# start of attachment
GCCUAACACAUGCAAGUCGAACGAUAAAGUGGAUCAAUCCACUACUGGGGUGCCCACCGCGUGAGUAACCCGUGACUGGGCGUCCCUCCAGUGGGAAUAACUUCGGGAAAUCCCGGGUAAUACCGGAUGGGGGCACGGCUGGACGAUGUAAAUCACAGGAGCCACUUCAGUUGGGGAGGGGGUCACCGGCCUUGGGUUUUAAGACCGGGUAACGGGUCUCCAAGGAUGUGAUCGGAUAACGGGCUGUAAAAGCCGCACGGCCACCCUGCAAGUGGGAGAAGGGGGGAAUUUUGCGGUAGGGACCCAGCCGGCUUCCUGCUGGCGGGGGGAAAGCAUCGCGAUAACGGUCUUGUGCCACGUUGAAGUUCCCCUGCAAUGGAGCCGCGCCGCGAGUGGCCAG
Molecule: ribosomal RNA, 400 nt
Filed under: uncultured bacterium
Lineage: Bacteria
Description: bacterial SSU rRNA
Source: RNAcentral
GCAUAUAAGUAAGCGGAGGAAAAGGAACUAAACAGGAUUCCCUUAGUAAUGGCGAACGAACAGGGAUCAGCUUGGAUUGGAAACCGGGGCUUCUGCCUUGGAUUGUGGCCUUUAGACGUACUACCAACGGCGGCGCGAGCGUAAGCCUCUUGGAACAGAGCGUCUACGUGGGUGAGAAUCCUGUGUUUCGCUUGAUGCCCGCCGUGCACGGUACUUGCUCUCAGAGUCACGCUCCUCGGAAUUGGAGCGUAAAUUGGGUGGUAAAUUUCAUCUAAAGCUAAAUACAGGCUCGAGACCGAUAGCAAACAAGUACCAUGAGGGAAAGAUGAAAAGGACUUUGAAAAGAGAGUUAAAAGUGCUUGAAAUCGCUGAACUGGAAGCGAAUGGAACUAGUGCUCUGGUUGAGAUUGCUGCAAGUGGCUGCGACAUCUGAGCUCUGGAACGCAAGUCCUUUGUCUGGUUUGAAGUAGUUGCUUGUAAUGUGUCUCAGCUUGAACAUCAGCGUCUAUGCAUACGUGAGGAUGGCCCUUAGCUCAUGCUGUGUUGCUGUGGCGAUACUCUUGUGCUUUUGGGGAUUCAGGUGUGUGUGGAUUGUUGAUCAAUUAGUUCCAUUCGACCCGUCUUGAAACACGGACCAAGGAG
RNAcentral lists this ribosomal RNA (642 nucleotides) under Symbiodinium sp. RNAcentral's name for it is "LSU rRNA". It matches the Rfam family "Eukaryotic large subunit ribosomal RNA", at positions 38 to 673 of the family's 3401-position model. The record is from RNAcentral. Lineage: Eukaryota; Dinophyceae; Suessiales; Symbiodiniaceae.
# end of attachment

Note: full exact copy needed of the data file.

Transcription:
GCCUAACACAUGCAAGUCGAACGAUAAAGUGGAUCAAUCCACUACUGGGGUGCCCACCGCGUGAGUAACCCGUGACUGGGCGUCCCUCCAGUGGGAAUAACUUCGGGAAAUCCCGGGUAAUACCGGAUGGGGGCACGGCUGGACGAUGUAAAUCACAGGAGCCACUUCAGUUGGGGAGGGGGUCACCGGCCUUGGGUUUUAAGACCGGGUAACGGGUCUCCAAGGAUGUGAUCGGAUAACGGGCUGUAAAAGCCGCACGGCCACCCUGCAAGUGGGAGAAGGGGGGAAUUUUGCGGUAGGGACCCAGCCGGCUUCCUGCUGGCGGGGGGAAAGCAUCGCGAUAACGGUCUUGUGCCACGUUGAAGUUCCCCUGCAAUGGAGCCGCGCCGCGAGUGGCCAG
Molecule: ribosomal RNA, 400 nt
Filed under: uncultured bacterium
Lineage: Bacteria
Description: bacterial SSU rRNA
Source: RNAcentral
GCAUAUAAGUAAGCGGAGGAAAAGGAACUAAACAGGAUUCCCUUAGUAAUGGCGAACGAACAGGGAUCAGCUUGGAUUGGAAACCGGGGCUUCUGCCUUGGAUUGUGGCCUUUAGACGUACUACCAACGGCGGCGCGAGCGUAAGCCUCUUGGAACAGAGCGUCUACGUGGGUGAGAAUCCUGUGUUUCGCUUGAUGCCCGCCGUGCACGGUACUUGCUCUCAGAGUCACGCUCCUCGGAAUUGGAGCGUAAAUUGGGUGGUAAAUUUCAUCUAAAGCUAAAUACAGGCUCGAGACCGAUAGCAAACAAGUACCAUGAGGGAAAGAUGAAAAGGACUUUGAAAAGAGAGUUAAAAGUGCUUGAAAUCGCUGAACUGGAAGCGAAUGGAACUAGUGCUCUGGUUGAGAUUGCUGCAAGUGGCUGCGACAUCUGAGCUCUGGAACGCAAGUCCUUUGUCUGGUUUGAAGUAGUUGCUUGUAAUGUGUCUCAGCUUGAACAUCAGCGUCUAUGCAUACGUGAGGAUGGCCCUUAGCUCAUGCUGUGUUGCUGUGGCGAUACUCUUGUGCUUUUGGGGAUUCAGGUGUGUGUGGAUUGUUGAUCAAUUAGUUCCAUUCGACCCGUCUUGAAACACGGACCAAGGAG
RNAcentral lists this ribosomal RNA (642 nucleotides) under Symbiodinium sp. RNAcentral's name for it is "LSU rRNA". It matches the Rfam family "Eukaryotic large subunit ribosomal RNA", at positions 38 to 673 of the family's 3401-position model. The record is from RNAcentral. Lineage: Eukaryota; Dinophyceae; Suessiales; Symbiodiniaceae.